Despite being Jordan’s largest city, the bright lights of Amman are often overlooked by tourists desperate to reach Petra or the Dead Sea as fast as possible. Of course Jordan has plenty of other places worth visiting but did you know there are lots of things to do in Amman too? From ancient Roman ruins and beautiful Mosques, to bustling streets and restaurants serving delicious food, this post shows you what to see in Amman – Jordan’s capital.
The 12 Best Things to do in Amman, Jordan
Visit the Citadel
The Citadel often tops lists of places to visit in Amman, thanks to the city’s previous position as one of the most important settlements back in Roman times. Yet, it’s not just Roman: it’s actually one of the oldest continually inhabited settlements through the Roman, Byzantine and Umayyad periods. Artefacts found through excavations of the Citadel have even dated as far back as the Middle Bronze Age (1650BC)!
Nowadays, the Citadel is in ruins but it’s still possible to see columns from the Temple of Hercules as well as a giant hand from his statue. You can also wander in the old Umayyad Palace, which was built in the 8th century.
The Amman Citadel is located at the top of a pretty steep hill. It’s possible to walk up, and I highly recommend you do because not only will you get a great sense of achievement from completing the hike, but you also get great views out over Amman from the way up.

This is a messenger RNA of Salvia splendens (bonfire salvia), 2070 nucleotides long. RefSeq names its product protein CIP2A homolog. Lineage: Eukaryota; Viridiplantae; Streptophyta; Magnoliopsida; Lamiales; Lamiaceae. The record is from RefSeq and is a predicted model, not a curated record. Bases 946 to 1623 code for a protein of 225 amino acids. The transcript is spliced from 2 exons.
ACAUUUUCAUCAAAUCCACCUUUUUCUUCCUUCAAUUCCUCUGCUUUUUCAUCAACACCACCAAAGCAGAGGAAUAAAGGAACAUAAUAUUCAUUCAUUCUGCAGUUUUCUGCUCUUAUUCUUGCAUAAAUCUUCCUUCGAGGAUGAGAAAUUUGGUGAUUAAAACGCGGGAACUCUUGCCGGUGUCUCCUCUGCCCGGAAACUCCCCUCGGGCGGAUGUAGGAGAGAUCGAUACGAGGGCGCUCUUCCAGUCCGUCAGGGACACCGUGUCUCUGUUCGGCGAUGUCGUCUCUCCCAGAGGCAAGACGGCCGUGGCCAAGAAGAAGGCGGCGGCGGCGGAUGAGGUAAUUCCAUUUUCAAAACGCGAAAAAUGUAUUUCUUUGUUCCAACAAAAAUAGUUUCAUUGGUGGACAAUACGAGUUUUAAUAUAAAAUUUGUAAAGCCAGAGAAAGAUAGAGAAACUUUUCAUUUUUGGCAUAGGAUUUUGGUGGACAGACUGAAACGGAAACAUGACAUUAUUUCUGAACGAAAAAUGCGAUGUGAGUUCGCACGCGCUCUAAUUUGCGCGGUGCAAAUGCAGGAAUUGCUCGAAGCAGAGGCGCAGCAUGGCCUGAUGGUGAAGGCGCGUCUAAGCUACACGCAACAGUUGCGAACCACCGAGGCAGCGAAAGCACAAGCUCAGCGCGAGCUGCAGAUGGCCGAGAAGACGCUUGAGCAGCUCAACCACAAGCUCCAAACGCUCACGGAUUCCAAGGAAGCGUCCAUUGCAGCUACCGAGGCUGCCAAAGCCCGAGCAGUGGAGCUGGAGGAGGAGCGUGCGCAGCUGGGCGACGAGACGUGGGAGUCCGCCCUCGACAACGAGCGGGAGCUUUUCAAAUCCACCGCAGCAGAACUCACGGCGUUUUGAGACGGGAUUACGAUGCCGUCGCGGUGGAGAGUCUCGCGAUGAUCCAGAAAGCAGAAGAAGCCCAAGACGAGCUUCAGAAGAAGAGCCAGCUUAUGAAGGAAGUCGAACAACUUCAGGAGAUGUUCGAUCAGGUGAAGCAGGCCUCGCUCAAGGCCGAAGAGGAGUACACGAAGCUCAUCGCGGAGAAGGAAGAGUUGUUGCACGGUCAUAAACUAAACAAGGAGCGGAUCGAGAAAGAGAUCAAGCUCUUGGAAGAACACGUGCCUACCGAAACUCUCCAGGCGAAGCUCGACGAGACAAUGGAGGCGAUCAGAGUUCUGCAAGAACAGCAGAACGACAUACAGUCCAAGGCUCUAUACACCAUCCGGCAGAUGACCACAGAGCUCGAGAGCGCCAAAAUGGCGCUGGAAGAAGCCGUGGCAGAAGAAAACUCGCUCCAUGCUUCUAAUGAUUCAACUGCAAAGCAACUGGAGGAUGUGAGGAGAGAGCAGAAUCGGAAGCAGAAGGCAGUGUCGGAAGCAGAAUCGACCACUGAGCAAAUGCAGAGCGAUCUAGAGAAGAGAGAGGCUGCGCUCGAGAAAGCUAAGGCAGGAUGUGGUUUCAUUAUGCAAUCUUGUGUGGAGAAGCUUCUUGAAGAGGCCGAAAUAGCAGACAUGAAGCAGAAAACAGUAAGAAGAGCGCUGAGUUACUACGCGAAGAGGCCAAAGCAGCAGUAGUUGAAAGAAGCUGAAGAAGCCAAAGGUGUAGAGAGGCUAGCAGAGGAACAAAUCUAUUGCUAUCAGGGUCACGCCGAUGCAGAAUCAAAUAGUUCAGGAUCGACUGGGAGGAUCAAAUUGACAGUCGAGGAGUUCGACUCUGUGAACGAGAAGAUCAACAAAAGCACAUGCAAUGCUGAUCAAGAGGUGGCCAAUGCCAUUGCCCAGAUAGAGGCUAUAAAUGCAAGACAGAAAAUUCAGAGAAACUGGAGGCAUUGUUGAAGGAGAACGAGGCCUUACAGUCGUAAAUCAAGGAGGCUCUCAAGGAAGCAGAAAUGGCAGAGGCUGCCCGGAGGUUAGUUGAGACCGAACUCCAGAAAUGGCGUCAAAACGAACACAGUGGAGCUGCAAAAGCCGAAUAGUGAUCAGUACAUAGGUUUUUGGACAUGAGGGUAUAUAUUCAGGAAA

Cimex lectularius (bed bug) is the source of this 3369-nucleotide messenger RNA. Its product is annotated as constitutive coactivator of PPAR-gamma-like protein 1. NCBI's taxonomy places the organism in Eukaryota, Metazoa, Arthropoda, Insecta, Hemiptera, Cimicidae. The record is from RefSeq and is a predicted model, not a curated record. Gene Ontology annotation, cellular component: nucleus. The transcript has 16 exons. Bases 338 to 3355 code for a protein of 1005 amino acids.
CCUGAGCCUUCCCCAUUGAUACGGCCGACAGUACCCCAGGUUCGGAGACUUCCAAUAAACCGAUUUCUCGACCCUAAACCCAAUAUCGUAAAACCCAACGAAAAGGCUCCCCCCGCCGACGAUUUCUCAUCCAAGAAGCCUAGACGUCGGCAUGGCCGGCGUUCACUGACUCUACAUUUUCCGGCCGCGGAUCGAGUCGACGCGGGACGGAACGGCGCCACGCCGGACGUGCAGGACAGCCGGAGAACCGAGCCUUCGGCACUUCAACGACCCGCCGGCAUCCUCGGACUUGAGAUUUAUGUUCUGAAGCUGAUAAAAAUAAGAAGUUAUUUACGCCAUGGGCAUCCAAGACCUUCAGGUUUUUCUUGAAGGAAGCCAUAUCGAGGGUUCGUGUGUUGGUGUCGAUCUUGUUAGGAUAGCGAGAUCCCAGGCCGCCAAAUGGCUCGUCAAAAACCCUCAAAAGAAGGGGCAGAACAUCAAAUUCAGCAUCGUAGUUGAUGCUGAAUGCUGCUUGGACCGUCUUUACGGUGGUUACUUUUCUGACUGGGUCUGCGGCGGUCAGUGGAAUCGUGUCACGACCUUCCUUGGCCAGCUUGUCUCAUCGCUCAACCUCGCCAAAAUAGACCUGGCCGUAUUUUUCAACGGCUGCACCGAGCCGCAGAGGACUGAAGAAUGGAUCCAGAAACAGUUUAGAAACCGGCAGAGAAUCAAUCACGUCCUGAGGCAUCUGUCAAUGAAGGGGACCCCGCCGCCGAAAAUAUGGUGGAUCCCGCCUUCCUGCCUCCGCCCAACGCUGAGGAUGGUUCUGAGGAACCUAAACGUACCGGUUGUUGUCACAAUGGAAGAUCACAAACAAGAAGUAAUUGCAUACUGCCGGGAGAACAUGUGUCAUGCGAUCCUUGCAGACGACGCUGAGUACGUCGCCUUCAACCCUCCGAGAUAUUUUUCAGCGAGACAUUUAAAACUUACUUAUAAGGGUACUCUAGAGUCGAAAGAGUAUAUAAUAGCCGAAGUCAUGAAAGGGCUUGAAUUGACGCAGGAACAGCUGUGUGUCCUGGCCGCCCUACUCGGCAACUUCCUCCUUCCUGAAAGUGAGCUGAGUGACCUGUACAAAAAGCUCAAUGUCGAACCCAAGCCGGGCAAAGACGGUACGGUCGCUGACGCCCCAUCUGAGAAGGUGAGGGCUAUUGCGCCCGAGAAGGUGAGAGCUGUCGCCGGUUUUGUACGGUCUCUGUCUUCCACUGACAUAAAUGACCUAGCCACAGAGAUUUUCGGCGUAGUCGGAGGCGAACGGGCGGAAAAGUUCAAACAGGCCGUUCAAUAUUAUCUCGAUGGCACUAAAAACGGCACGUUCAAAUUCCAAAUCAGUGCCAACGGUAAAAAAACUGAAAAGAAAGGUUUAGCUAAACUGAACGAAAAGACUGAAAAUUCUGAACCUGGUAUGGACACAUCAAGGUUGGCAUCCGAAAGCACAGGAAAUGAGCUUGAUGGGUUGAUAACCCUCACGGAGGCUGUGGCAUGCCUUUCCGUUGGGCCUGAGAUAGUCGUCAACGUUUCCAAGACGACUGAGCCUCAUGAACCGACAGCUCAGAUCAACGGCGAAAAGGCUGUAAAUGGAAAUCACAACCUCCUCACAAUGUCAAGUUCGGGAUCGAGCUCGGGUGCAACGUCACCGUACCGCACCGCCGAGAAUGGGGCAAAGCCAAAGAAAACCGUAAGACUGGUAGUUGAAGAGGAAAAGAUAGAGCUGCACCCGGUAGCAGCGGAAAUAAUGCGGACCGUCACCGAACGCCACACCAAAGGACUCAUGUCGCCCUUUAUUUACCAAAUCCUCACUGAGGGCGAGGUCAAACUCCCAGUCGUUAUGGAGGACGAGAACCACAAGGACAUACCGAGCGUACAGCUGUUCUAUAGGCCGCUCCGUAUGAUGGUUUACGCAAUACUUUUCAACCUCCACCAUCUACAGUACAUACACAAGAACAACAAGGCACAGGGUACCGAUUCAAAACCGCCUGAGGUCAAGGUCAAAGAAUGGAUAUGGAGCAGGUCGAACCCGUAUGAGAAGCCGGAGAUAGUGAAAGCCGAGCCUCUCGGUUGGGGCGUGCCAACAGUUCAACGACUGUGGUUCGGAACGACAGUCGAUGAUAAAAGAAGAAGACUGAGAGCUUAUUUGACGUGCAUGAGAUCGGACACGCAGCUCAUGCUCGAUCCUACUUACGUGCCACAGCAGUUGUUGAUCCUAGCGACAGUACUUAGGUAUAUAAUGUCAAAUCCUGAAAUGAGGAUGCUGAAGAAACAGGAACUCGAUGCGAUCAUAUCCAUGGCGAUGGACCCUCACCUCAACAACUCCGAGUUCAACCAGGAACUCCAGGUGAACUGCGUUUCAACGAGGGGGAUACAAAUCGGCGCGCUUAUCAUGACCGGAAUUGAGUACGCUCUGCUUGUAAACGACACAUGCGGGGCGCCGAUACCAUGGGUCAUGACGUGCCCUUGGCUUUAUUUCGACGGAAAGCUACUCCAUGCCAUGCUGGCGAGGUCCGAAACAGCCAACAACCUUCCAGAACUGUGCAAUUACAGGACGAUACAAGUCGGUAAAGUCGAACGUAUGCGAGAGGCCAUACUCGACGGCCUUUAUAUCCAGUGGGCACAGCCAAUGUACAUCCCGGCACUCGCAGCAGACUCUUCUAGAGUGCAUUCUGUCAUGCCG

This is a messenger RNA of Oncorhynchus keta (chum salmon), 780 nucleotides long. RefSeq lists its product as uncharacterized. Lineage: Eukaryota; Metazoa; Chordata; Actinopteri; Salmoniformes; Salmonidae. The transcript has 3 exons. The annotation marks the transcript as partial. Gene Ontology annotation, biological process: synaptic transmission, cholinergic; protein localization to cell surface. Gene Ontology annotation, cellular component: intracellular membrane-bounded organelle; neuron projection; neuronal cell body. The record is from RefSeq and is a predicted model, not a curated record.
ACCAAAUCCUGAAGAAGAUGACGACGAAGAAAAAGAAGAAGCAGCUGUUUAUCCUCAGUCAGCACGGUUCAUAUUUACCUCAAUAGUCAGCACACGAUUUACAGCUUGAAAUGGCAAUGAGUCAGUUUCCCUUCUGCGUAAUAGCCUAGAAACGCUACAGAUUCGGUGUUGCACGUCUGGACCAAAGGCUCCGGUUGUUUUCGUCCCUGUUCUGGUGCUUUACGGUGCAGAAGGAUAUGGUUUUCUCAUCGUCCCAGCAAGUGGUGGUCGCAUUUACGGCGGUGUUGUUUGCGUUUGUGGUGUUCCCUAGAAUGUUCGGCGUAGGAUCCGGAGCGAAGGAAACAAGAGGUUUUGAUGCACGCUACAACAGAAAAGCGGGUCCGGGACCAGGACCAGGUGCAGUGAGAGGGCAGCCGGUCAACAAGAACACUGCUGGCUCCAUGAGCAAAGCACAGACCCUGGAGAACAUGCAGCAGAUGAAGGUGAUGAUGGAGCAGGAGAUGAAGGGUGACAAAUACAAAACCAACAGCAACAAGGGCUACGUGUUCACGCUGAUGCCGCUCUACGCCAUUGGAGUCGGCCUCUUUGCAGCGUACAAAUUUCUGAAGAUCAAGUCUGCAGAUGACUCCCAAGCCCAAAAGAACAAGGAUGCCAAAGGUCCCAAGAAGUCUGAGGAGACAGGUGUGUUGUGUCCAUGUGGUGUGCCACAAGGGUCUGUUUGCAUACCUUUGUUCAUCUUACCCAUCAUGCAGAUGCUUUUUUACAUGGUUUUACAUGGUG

Tickets to the Citadel cost 3JD, and you can pick up your tickets from the entrance. There’s no need to book in advance.
>> If Amman is just the start of your trip to Jordan, read my 1 week in Jordan itinerary for more inspiration. Click here!
Go to the Jordan Archaeological Museum
The Jordan Archaeological Museum is also based in the Citadel, and entrance is included in your ticket. It’s a great place to go if you’re a fan of history, as the museum is full of artefacts dating from prehistoric times right up to the 15th century. From broken pots and decorative statues, to historic documents and even human remains, there’s plenty to look at. Plus, with very little shade available at the Citadel, the Jordan Archaeological Museum is one of the best places in Amman to get out of the blazing sun!
Enjoy the Roman Theatre
The Roman Theatre dates back to the 2nd century AD where it used to seat 6,000 people for dramatic plays and festivals. You can climb the steps up to the top to enjoy the view, sit on one of the seats to imagine being a theatre-goer or simply people watch the locals who use it as their hangout. There’s a couple of small museums inside the theatre too which are also included in your ticket.